Oxygenases for industrial applications
Oxygenations are of great value for organic synthesis, but often involve tedious and costly blocking and deblocking steps and are typically catalysed by heavy metals. Furthermore, they also often occur with little chemo-, regio- and enantioselectivity. Oxygenases are enzymes that catalyse the insertion of a single (monooxygenases) or both (dioxygenases) oxygen atom(s) into an organic substrate, using molecular oxygen (O2) as oxygen donor. In most cases, oxygenases utilize (in)organic cofactors, such as flavins, metal-ions and hemes, to transfer electrons to molecular oxygen for its activation.
The OXYTRAIN network will focus on cofactor-independent and flavin-, heme-, copper-dependent oxygenases which encompass an enormous range of substrate classes. In this context, the OXYTRAIN oxygenases are ideally suited for industrial applications as they are capable of catalysing highly selective oxyfunctionalisation of a wide range of organic substrates, while merely relying on molecular oxygen as a clean and cheap oxidant. Their use in industry could represent a significant reduction in both the amount of waste produced and the synthesis of undesirable by-products – the disposal of which can be expensive and inefficient. Thus, oxygenases hold a great potential for new applications in many fields, such as: textile, food, environment (biodegradation and bioremediation), biosensors, organic synthesis (chiral and asymmetric synthesis, polymers, pharmaceuticals), and biofuels. Also, current progress in biorefining of lignocellulosic biomass is to a large extent driven by the application of recently discovered monooxygenases, which have changed fundamental biochemical insights as well as drawn the attention to novel critical process parameters such as oxygen concentration and supply of reducing equivalents. As a consequence of the increasing availability of enzymes that can perform selective oxygenations, industry is showing more and more interest in oxidative biocatalysts. However, the potential of oxygenases is still far from being fulfilled. Their practical use compared with other industrial enzymes such as hydrolases, is limited by many factors, including the requirement for cofactor regeneration, and low stability and activities. Furthermore, the molecular functioning of some groups of oxygenases, especially the cofactor-independent ones, is still enigmatic, hindering hence their industrial application.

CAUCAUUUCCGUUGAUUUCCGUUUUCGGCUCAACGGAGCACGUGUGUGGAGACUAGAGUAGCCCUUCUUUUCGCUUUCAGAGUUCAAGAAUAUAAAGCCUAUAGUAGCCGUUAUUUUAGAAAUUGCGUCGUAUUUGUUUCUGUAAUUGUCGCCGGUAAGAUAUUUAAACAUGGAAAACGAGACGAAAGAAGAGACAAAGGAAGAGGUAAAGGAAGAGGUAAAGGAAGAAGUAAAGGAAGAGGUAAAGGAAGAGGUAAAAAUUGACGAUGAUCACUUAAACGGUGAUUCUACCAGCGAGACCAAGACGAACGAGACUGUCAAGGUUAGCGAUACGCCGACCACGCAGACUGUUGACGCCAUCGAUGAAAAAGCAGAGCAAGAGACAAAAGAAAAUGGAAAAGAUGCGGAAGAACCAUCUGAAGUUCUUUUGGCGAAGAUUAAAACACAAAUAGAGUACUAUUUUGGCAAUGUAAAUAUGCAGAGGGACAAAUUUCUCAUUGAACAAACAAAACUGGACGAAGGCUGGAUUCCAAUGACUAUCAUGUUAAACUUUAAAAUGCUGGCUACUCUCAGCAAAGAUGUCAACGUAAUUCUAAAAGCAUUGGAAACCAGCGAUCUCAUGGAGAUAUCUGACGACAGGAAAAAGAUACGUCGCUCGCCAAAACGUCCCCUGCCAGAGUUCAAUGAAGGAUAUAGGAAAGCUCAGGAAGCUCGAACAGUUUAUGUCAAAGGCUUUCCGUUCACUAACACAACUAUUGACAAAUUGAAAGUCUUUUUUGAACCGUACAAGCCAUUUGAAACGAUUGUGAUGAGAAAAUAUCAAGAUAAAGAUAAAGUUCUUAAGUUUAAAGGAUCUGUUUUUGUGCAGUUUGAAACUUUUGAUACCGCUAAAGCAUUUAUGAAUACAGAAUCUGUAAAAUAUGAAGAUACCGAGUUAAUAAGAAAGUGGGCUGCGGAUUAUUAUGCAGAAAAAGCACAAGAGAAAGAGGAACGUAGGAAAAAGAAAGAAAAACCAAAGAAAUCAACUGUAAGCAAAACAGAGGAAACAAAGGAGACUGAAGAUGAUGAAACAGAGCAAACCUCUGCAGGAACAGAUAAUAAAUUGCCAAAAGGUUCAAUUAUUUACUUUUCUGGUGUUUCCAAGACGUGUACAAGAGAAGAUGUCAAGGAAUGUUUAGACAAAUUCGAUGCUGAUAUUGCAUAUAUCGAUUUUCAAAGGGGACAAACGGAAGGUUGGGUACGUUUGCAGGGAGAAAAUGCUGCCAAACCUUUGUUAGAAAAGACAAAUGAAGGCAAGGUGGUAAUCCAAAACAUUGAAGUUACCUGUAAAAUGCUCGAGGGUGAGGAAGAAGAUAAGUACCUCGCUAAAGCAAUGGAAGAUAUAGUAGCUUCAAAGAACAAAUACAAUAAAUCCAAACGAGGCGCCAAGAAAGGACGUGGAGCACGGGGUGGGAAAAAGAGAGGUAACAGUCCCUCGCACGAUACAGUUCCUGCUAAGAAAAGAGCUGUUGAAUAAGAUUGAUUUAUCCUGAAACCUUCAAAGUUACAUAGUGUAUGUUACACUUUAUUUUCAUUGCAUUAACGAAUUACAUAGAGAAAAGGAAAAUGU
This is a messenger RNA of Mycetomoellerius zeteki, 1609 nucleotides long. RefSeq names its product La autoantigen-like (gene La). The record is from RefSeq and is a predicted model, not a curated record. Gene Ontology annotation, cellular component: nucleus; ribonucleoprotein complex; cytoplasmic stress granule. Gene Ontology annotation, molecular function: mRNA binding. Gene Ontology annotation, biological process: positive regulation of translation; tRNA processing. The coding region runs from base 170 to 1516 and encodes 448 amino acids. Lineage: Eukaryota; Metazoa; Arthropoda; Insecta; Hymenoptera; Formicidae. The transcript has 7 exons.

The OXYTRAIN network will overcome these barriers by mobilizing leading experts in four specific classes of oxygenases – flavin-dependent oxygenases, heme-dependent oxygenases, copper-dependent oxygenases and cofactor-independent oxygenases. This will enable the creation of inter-disciplinary research and exchange of knowledge on techniques and methods developed to study and engineer each class of oxygenases and that are common for all enzyme systems due to the oxygen reactivity (e.g. analyses of 18-oxygen incorporation, oxygen consumption studies, preparative-scale enzymatic oxidations, trapping and analysis of reaction intermediates, product analysis, computational design, engineering tools, enzymes assays, pre-steady state and steady state kinetics, etc). The network will range from highly required explorative advanced enzymology to the novel technical issues that emerge from using oxygenases in industrial biocatalysis, opening new possibilities to enhance the knowledge on enzyme mechanisms and design of novel industrially applicable oxygenation biocatalysts. In particular, it will improve the stability of enzyme variants (operational and storage stability), as well as achieve more active and/or selective variants, that can be produced at large scale. Below, we identify the main needs/drivers, challenges and opportunities related to each group of oxygenases.